The gender wage gap has become a mainstream political issue for the left in recent years, prompting individual businesses and municipalities to create policies aimed at erasing pay disparities between men and women. Most recently, San Francisco created a law that will go into effect next year, which will make it illegal for employers to ask for an applicant’s salary history.
The idea is that if women are not forced to disclose their salary, which is likely to be lower than a man’s and could lead to a low salary offer, employers will have to offer wages based solely on qualifications and bring about fairer pay.
Unfortunately, this law is so limited that it probably won’t accomplish much. Fortune reports that while employers will be barred from asking about salary history, they can still ask applicants to state an expected salary when applying for a position. This presents a major loophole, as applicants will likely base their salary expectations on their own income history, which could lead to women under-selling themselves compared to men.
Another huge problem is that this law doesn’t address salary negotiations. Experts agree that women are less likely to be given more money when they negotiate salaries, which means that even when women are offered the same starting salary as men, they will still be short-changed in negotiations. Men are more likely to get more money up front, which adds up over time as raises are also eventually negotiated throughout a man’s career.
Based on these loopholes alone, the law simply can’t do much for the wage gap as it stands. But, as San Francisco Board of Supervisors member Mark Farrell tells Fortune, “You have to start somewhere.”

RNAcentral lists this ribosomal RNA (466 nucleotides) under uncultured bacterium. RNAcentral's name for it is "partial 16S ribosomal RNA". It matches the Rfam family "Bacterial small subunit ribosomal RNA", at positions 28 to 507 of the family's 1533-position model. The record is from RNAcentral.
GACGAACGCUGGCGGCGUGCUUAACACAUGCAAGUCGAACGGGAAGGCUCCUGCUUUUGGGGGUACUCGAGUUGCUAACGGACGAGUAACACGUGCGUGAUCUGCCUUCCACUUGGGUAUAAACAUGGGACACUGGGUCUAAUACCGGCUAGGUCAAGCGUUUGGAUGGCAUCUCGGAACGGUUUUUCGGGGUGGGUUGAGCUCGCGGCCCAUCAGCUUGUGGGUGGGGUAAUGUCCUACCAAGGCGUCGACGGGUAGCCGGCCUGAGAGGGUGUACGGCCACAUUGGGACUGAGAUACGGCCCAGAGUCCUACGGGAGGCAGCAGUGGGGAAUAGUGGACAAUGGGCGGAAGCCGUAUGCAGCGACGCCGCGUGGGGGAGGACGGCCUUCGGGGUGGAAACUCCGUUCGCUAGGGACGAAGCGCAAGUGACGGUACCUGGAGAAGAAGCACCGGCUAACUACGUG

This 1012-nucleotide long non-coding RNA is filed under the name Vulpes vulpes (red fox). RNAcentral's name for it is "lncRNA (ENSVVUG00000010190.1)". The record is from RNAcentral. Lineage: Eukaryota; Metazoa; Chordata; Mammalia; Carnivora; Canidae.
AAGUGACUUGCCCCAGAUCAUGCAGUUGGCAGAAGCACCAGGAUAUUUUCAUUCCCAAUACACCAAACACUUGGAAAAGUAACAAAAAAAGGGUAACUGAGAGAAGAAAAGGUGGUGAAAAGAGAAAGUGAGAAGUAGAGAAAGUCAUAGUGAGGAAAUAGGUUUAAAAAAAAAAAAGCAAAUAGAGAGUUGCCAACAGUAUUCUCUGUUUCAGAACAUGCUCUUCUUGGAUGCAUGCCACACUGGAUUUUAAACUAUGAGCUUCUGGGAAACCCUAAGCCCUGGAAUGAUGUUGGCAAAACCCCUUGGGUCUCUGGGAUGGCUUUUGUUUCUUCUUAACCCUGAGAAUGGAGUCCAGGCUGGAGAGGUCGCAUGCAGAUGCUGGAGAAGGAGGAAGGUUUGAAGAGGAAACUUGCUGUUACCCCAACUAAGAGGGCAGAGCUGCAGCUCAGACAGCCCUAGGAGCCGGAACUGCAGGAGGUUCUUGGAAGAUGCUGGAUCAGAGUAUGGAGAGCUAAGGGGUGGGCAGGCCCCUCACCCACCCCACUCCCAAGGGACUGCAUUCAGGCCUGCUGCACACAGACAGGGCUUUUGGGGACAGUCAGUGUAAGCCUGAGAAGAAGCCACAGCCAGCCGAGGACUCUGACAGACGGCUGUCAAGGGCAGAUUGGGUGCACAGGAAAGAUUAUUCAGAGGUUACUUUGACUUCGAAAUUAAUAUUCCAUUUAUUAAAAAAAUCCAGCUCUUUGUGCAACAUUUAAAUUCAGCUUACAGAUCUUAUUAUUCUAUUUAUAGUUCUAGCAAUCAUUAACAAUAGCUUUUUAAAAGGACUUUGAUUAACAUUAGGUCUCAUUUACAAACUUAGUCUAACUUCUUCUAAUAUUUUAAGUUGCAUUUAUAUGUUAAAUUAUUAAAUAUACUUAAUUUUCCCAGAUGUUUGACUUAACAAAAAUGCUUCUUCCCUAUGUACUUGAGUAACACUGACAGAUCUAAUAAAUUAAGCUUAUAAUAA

Fair enough, but a start is only valuable if it brings about change. Otherwise, we’re just stuck with empty legislation that takes time and energy away from actually fixing the problem.
There are plenty of theories about which measures will most effectively address the gender wage gap. The American Association of University Women recommends passing national-level legislation, particularly the Paycheck Fairness Act and the Pay Fair Act. The first Act would bring harsher penalties for businesses that do not pay men and women equally, and the second would require businesses to pay equal wages for equally valued work, regardless of the specific job.
But even national legislation is slow to produce results. The Equal Pay Act has been in place since 1963, but Fast Company reports that this law alone wouldn’t bring about wage parity until 2056.
Experts also consistently recommend that businesses take a radically transparent approach to pay — which is kind of the opposite of what the San Francisco plan would encourage. Many companies have already gone this route, either making all salaries available to the public, or performing internal audits of pay to check for pay disparities between male and female employees. The Atlantic reported in 2015 that after the San Francisco-based company Salesforce audited their pay by gender, they spent $3 million in wage adjustments.
What all of these suggestions and action plans make clear is that a multi-pronged approach will be necessary before the gender wage gap is closed. San Francisco’s municipal law might be a good start, but only if this law is used as a springboard for other policies with far fewer loopholes.
What do you think about San Francisco’s plan to help close the wage gap? Tell us on Twitter @BritandCo.
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